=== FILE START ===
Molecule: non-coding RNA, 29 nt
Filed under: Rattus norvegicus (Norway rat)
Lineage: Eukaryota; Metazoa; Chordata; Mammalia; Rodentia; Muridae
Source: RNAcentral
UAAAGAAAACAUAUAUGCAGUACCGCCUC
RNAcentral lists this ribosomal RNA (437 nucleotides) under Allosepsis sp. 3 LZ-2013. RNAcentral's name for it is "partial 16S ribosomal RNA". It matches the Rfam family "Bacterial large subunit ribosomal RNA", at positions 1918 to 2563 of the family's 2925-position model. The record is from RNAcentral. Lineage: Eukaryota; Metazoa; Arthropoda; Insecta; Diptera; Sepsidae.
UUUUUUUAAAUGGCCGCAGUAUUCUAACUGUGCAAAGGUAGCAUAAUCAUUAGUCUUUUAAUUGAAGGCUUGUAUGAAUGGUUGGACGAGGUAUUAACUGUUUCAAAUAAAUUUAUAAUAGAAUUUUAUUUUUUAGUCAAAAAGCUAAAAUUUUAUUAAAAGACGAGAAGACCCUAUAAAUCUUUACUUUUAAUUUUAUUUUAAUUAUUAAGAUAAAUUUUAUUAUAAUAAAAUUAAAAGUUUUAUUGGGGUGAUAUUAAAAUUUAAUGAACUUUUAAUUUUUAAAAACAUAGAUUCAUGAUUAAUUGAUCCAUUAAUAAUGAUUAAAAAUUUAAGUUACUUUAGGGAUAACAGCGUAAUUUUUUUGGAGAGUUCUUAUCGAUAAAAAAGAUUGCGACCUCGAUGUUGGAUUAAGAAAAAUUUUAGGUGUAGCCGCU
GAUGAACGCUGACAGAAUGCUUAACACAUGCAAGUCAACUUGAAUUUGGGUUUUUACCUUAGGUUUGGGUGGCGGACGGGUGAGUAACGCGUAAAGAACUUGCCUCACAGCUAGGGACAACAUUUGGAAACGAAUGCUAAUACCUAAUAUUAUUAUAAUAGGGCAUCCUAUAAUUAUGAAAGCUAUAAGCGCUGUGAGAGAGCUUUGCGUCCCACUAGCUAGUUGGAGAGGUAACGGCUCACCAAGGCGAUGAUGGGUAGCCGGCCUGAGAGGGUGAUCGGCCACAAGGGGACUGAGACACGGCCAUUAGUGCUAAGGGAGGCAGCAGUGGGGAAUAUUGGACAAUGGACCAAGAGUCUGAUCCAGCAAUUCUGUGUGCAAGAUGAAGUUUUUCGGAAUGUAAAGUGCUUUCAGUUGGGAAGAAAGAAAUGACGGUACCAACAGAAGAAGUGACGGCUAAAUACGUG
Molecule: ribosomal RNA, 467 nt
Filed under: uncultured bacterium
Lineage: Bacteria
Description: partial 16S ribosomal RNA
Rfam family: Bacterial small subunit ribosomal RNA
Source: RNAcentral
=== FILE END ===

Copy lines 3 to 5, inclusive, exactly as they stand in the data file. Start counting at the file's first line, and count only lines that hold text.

Lineage: Eukaryota; Metazoa; Chordata; Mammalia; Rodentia; Muridae
Source: RNAcentral
UAAAGAAAACAUAUAUGCAGUACCGCCUC